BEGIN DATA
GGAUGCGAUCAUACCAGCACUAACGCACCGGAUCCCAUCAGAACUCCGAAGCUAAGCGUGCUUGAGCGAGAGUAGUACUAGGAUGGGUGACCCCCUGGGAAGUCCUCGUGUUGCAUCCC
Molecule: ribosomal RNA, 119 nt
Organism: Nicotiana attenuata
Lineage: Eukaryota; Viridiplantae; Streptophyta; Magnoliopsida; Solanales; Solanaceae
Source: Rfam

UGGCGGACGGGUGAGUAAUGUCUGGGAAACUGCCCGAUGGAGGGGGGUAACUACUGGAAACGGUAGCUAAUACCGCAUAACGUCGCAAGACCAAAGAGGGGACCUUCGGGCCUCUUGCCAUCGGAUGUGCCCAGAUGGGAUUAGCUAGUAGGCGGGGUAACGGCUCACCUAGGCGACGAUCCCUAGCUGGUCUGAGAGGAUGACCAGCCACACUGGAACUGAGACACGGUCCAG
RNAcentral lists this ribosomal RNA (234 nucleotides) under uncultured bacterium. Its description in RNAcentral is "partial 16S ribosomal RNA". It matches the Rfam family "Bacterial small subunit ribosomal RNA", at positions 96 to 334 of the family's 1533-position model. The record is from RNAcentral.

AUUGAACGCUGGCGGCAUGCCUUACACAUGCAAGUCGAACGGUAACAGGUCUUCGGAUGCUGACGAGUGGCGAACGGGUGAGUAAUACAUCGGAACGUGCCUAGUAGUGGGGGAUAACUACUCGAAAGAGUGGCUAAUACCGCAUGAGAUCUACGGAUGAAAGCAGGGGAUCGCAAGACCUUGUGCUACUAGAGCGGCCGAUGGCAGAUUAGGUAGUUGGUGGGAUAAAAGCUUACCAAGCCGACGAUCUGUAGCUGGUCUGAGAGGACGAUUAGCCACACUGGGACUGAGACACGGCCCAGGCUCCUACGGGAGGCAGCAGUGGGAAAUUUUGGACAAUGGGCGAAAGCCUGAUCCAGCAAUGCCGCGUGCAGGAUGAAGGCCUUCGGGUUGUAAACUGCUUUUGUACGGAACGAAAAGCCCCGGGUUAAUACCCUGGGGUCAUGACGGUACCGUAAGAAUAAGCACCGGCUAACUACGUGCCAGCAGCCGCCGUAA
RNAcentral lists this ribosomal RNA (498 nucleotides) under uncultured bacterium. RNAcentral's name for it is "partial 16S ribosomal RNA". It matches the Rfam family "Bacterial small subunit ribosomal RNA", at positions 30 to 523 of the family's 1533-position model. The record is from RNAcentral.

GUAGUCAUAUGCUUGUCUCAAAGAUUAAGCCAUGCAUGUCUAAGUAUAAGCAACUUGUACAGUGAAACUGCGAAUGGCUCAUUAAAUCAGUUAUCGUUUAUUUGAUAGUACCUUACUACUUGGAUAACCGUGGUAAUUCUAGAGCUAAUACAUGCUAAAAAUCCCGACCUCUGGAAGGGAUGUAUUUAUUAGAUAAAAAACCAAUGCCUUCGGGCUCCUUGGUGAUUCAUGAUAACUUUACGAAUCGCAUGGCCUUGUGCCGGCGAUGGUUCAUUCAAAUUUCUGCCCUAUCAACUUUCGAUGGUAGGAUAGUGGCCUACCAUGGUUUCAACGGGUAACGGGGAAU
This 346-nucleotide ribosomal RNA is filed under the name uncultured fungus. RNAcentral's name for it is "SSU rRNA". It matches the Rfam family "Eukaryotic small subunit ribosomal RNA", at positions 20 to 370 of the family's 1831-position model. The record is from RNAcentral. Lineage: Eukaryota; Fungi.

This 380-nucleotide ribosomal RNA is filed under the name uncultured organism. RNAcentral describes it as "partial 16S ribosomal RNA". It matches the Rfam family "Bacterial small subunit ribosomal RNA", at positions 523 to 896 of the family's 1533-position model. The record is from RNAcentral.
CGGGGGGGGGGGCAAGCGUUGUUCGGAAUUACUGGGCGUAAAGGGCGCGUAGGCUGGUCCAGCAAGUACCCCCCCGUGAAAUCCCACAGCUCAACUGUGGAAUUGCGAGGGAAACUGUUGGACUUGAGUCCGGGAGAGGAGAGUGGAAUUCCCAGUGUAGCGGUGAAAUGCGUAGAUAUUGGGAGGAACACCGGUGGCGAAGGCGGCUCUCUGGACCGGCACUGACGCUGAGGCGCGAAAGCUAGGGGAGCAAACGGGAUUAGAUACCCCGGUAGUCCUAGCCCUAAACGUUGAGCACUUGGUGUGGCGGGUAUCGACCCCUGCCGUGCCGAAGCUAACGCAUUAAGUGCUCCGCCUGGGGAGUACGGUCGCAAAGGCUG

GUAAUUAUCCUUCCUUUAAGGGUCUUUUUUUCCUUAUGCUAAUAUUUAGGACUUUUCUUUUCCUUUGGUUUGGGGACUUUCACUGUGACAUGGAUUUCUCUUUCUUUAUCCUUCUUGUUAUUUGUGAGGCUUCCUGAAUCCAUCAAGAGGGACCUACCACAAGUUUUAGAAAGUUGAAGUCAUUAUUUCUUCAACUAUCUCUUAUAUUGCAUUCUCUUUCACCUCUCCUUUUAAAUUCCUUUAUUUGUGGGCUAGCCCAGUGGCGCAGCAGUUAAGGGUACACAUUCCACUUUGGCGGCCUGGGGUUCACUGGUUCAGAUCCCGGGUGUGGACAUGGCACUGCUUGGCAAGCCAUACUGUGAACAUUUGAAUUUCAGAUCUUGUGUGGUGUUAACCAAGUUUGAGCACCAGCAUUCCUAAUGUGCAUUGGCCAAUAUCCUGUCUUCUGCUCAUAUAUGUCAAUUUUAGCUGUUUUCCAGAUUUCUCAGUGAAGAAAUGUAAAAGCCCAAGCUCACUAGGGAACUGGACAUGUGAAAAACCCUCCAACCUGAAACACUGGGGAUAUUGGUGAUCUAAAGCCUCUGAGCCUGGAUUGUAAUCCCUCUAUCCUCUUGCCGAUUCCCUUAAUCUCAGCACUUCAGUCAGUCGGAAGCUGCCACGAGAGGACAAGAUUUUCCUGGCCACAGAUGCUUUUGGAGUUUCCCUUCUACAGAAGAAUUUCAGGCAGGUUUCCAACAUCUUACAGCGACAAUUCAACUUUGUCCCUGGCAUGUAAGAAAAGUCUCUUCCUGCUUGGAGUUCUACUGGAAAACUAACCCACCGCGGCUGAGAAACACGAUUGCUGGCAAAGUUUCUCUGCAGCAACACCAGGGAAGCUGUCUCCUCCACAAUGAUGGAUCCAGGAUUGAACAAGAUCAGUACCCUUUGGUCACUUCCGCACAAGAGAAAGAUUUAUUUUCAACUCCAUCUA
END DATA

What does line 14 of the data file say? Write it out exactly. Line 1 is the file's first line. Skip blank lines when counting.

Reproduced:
GUAAUUAUCCUUCCUUUAAGGGUCUUUUUUUCCUUAUGCUAAUAUUUAGGACUUUUCUUUUCCUUUGGUUUGGGGACUUUCACUGUGACAUGGAUUUCUCUUUCUUUAUCCUUCUUGUUAUUUGUGAGGCUUCCUGAAUCCAUCAAGAGGGACCUACCACAAGUUUUAGAAAGUUGAAGUCAUUAUUUCUUCAACUAUCUCUUAUAUUGCAUUCUCUUUCACCUCUCCUUUUAAAUUCCUUUAUUUGUGGGCUAGCCCAGUGGCGCAGCAGUUAAGGGUACACAUUCCACUUUGGCGGCCUGGGGUUCACUGGUUCAGAUCCCGGGUGUGGACAUGGCACUGCUUGGCAAGCCAUACUGUGAACAUUUGAAUUUCAGAUCUUGUGUGGUGUUAACCAAGUUUGAGCACCAGCAUUCCUAAUGUGCAUUGGCCAAUAUCCUGUCUUCUGCUCAUAUAUGUCAAUUUUAGCUGUUUUCCAGAUUUCUCAGUGAAGAAAUGUAAAAGCCCAAGCUCACUAGGGAACUGGACAUGUGAAAAACCCUCCAACCUGAAACACUGGGGAUAUUGGUGAUCUAAAGCCUCUGAGCCUGGAUUGUAAUCCCUCUAUCCUCUUGCCGAUUCCCUUAAUCUCAGCACUUCAGUCAGUCGGAAGCUGCCACGAGAGGACAAGAUUUUCCUGGCCACAGAUGCUUUUGGAGUUUCCCUUCUACAGAAGAAUUUCAGGCAGGUUUCCAACAUCUUACAGCGACAAUUCAACUUUGUCCCUGGCAUGUAAGAAAAGUCUCUUCCUGCUUGGAGUUCUACUGGAAAACUAACCCACCGCGGCUGAGAAACACGAUUGCUGGCAAAGUUUCUCUGCAGCAACACCAGGGAAGCUGUCUCCUCCACAAUGAUGGAUCCAGGAUUGAACAAGAUCAGUACCCUUUGGUCACUUCCGCACAAGAGAAAGAUUUAUUUUCAACUCCAUCUA